Talk to Governor Rick Scott, and you’ll hear a lot of numbers. His specialty is understanding which numbers are important and which can be ignored. And one number he can’t ignore is the ever-dwindling number of days left in office. As of this morning, he has 915 days left to squeeze every ounce of productivity he can from those dwindling hours. And he’s determined to do it.
His goal? World domination.
“I want it known, and I want it a reality, that Florida is the number one place to find a job in the entire world,” Scott told The Capitolist in an exclusive interview.
From the moment he wakes up in the morning, typically at an hour that most Marine drill sergeants would roll over and hit the snooze button, Scott’s mind begins ticking down a checklist of personally delineated tasks he’s assigned himself. He attributes this trait to his background in the business world.
“Every day I get up, and ask myself: how do I move the needle?” he says. “I make lists. I work a list. I have a plan every day to get where I want to go. ”
But Scott’s sense of urgency isn’t driven by the fact that his time as governor is getting short. He has always been driven, always had a sense of urgency about him. He’s the same Rick Scott who, eager not to waste a waking moment as governor, started his term by scheduling a daily senior staff meeting at 7am.
Within two weeks, the meetings were pushed back to a more merciful 8am start after Scott noted nearly all his top advisers couldn’t stop yawning, exhausted by the boss’s insatiable appetite for productivity and results.
Two months in, even with a later start time, Scott’s external affairs director, responsible for scheduling and organizing the logistics around the governor’s movements, remarked, “I worked in the White House for years, and the operational tempo there isn’t anything like this.”
In the 66 months that have passed since Scott took office, he may have taken a slight detour on some parts of his ambitious agenda, but he hasn’t taken his foot off the gas.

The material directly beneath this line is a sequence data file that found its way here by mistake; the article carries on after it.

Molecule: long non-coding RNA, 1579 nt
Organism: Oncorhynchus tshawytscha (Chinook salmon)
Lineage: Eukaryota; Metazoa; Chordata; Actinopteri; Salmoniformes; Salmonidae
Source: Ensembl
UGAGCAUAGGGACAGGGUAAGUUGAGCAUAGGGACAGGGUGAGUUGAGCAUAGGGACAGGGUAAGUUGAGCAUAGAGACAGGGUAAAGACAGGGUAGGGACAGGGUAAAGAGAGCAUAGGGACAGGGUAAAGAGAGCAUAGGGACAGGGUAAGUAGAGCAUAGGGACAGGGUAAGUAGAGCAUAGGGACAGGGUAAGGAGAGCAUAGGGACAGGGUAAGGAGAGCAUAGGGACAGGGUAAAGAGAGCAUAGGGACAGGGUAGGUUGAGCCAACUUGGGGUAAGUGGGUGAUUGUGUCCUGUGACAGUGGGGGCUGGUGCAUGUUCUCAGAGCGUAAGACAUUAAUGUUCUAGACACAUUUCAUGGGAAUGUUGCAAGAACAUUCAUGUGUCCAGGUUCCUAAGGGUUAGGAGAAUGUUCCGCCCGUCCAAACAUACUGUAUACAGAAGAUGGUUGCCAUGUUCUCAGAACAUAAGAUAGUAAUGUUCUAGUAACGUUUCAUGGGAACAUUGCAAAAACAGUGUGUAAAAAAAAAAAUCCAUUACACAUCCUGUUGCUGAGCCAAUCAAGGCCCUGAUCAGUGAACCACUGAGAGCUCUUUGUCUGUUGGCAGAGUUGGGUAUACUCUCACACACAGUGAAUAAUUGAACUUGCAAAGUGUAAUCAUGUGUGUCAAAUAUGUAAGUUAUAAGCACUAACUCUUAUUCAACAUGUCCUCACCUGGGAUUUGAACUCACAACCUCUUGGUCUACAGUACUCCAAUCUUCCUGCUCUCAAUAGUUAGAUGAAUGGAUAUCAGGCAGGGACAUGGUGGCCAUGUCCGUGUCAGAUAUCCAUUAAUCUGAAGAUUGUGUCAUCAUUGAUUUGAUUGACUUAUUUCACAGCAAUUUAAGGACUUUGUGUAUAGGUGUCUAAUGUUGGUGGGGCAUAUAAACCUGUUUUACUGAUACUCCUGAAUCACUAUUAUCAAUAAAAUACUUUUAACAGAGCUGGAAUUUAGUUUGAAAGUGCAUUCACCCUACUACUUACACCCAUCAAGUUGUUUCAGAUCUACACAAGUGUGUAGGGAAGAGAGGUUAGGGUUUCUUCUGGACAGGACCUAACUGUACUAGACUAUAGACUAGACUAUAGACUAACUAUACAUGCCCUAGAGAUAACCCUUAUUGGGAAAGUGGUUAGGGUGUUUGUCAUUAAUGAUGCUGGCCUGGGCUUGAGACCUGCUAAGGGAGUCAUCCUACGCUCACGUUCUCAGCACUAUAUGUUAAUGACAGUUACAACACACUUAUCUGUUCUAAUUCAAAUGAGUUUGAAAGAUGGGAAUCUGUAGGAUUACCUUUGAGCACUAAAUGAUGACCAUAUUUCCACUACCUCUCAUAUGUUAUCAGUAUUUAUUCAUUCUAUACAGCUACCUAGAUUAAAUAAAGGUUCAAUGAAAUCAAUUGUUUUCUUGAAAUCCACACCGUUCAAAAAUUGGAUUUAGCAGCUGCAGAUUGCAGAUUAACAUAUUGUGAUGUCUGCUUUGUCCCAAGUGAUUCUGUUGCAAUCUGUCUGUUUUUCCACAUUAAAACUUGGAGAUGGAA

Asked to list some of his proudest achievements, Scott rattles off the metrics that have become the hallmark of his governorship, as well as the salient questions he thinks will help him nudge those metrics in the right direction:
“Last month we created 200,000 jobs. I think Texas only created 29,000. We’ve beaten them 12 months in a row,” he says. “We’re down to just 60,000 people on unemployment benefits. So what can I do to reduce that number, so that everyone who wants a job can have one?”
Scott’s penchant for numbers even shows when he’s talking about more personal issues. Asked to share his favorite memory as governor, he doesn’t hesitate:
“In the last five-and-a-half years, I’ve had four grandchildren. They were all born since I became governor. Watching them grow up, being able to be there when they were born, is by far my best memory.”
He can’t help but mention numbers when talking about the people he interacts with as governor. “I think I’ve shaken hands with 400,000 people.”
Racing down the homestretch of his time in office, Scott knows his legacy depends largely on what he’s able to accomplish in these final two years. Asked about it, he is quick to outline Florida’s substantially increased infrastructure spending since he became governor.
“Our transportation budget is up almost 50%. We’ve increased spending on Florida’s ports by over $1 billion,” he says. “We are one of the fastest growing states. That investment in infrastructure, in ports, long term, is going to create jobs for everybody.”